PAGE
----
More recently, I had tea at the home of Lady Frances Clarke, an institution in Venice for her work as a founder of Venice in Peril, a wonderful organization working to preserve the city from sinking. She told me about their biggest project to date, to save the Armstrong Mitchell hydraulic crane in an historic dockyard.
With the Venice in Peril map as my guide, I took off by foot to see many of the other wonderful sites they have helped restore over the past fifty years, including parts of the legendary Fenice Opera House. I trekked up to see the organization's first restoration, Madonna dell Orto church, the subject of a recent Venice in Peril book.
As I write about different subjects, I have also gotten to know the city's architects, opera directors, fashion designers, and visited the incredible places that they work, like the converted church and convent used by interior designer Umberto Branchini and his team. Have a look inside for serious (if unattainable for unable to move into an old church) design inspiration.
Speaking of convents, I once took a tour with the costume historian Isabella Campagnol to visit the locations that feature in her fascinating book Forbidden Fashions: Invisible Luxuries in Early Venetian Convents, which documents the little-known fact that many of the Venetian nuns from yesteryear were often stylish aristocrats sent to convents to save the family money. Once inside, they continued to dress in high style. The book details many of the convents where the action takes place, like the San Zaccaria convent in San Marco, which is now a police station.
I have yet to explore the places that Campagnol has included in her follow-up book, My Pretty Venice, A Girl's Guide to True Venice, an insider's guide to femme-centric destinations in the city and the women who have made Venice what it is today.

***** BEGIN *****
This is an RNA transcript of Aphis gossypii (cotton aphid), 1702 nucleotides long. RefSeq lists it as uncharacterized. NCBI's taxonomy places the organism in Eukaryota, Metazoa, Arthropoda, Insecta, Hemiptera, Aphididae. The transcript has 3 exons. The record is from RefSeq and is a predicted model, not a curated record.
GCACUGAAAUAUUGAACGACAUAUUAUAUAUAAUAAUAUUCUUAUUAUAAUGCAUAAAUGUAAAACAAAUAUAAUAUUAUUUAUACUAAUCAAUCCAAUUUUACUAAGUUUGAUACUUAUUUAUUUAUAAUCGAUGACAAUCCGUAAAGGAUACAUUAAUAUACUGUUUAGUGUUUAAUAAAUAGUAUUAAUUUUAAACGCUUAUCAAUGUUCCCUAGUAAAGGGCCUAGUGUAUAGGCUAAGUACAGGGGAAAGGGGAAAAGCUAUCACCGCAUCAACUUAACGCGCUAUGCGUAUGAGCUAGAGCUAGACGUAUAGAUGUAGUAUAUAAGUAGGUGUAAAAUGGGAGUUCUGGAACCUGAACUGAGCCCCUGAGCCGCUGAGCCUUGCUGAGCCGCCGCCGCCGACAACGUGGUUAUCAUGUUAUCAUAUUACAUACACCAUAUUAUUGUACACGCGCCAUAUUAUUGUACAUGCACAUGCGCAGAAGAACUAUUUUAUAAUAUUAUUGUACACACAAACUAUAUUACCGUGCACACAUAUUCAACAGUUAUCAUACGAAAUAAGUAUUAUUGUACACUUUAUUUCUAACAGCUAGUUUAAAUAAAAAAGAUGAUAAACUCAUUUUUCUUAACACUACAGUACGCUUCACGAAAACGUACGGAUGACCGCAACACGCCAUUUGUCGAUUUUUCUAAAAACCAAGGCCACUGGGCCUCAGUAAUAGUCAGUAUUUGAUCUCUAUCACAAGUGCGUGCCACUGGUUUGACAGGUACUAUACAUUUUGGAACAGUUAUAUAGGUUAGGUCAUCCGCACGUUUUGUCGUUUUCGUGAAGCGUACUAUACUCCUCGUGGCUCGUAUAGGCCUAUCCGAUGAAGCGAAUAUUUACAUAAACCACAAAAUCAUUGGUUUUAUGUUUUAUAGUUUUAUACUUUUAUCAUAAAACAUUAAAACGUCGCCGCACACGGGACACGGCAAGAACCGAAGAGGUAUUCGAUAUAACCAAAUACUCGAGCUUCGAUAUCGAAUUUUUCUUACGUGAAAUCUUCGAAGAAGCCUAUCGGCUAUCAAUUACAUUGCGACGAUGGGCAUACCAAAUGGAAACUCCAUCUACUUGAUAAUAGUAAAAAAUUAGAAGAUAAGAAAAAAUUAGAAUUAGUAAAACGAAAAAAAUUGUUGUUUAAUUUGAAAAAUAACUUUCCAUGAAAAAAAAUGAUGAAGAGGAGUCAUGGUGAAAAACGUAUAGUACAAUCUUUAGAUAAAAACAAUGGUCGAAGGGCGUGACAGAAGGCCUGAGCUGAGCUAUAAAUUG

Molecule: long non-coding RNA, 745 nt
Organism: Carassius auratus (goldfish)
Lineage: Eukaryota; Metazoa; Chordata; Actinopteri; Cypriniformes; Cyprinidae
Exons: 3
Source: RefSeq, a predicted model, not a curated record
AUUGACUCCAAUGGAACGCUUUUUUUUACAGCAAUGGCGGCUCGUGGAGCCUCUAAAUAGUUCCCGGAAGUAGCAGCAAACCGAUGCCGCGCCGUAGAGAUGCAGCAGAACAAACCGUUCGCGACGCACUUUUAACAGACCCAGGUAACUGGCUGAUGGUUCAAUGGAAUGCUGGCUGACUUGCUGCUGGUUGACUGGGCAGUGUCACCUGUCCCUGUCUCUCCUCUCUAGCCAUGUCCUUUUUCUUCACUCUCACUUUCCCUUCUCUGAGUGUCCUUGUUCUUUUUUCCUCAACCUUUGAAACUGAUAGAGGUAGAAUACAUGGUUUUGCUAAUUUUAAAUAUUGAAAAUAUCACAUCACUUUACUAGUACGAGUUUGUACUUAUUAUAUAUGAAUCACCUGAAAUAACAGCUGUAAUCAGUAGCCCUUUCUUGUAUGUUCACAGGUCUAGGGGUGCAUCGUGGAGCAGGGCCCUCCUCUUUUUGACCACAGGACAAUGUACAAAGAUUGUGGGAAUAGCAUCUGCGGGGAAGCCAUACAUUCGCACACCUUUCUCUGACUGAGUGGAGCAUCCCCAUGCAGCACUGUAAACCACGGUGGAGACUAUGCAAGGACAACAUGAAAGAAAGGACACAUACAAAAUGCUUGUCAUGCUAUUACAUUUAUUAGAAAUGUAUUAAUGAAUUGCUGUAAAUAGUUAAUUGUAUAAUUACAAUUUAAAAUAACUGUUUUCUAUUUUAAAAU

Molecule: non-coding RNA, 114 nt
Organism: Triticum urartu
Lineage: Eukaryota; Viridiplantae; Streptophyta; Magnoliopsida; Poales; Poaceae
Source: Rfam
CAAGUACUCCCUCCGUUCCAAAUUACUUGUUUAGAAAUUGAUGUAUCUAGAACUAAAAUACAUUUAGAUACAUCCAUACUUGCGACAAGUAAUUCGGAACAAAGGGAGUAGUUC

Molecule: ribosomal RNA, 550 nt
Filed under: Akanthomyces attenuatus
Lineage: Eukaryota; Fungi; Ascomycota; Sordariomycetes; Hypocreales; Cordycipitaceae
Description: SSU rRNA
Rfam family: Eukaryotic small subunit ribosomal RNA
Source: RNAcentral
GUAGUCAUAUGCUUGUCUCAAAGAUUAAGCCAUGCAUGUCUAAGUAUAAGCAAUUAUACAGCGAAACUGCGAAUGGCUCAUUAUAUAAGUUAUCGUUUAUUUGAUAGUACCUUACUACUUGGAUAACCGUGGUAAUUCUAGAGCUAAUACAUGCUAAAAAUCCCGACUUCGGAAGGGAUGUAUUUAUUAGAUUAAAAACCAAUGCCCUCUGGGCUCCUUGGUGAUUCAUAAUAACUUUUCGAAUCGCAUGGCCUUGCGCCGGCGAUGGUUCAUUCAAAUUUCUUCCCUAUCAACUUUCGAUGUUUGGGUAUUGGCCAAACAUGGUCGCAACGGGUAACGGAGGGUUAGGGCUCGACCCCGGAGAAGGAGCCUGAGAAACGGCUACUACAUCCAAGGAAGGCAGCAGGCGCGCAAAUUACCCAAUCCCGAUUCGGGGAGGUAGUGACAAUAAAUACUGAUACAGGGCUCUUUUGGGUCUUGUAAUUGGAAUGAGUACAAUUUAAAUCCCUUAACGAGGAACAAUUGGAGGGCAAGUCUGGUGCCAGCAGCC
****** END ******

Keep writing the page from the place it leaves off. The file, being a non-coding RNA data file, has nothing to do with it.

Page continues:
Next time I'm in town, I'll visit the new sundial created by Britain's leading sundial maker, Joanna Migdal, which was commissioned and installed this April at the Peggy Guggenheim Collection, a museum best visited at off hours or by private tour if you can beg for one.
A FEW MORE GREAT SPOTS
The recently restored Museum of Textiles and Costumes at Palazzo Mocenigo also houses Venice's first perfume museum.
Visit the showrooms at the top-secret Fortuny textile workshop on Giudecca and its beautifully restored gardens.
Enjoy a Bellini, a wander through the peaceful garden, or a spa treatment at the Belmond Hotel Cipriani on Giudecca.
The Berengo gallery on Murano offers an artsy take on the glass-blowing tradition.
The gift shop at Aman Hotel carries Count Gigi's handmade glassware.
The atelier of Antonia Sautter is the place to buy your Venetian carnival costume.
Venice Prestige is my go-to when I want to stay in a private apartment and feel like a Venetian.
After seeing the restored reliquary by jeweler Roberto Coin at Basilica Saint Marco, you can visit his shop among the many jewelers lining Piazza San Marco.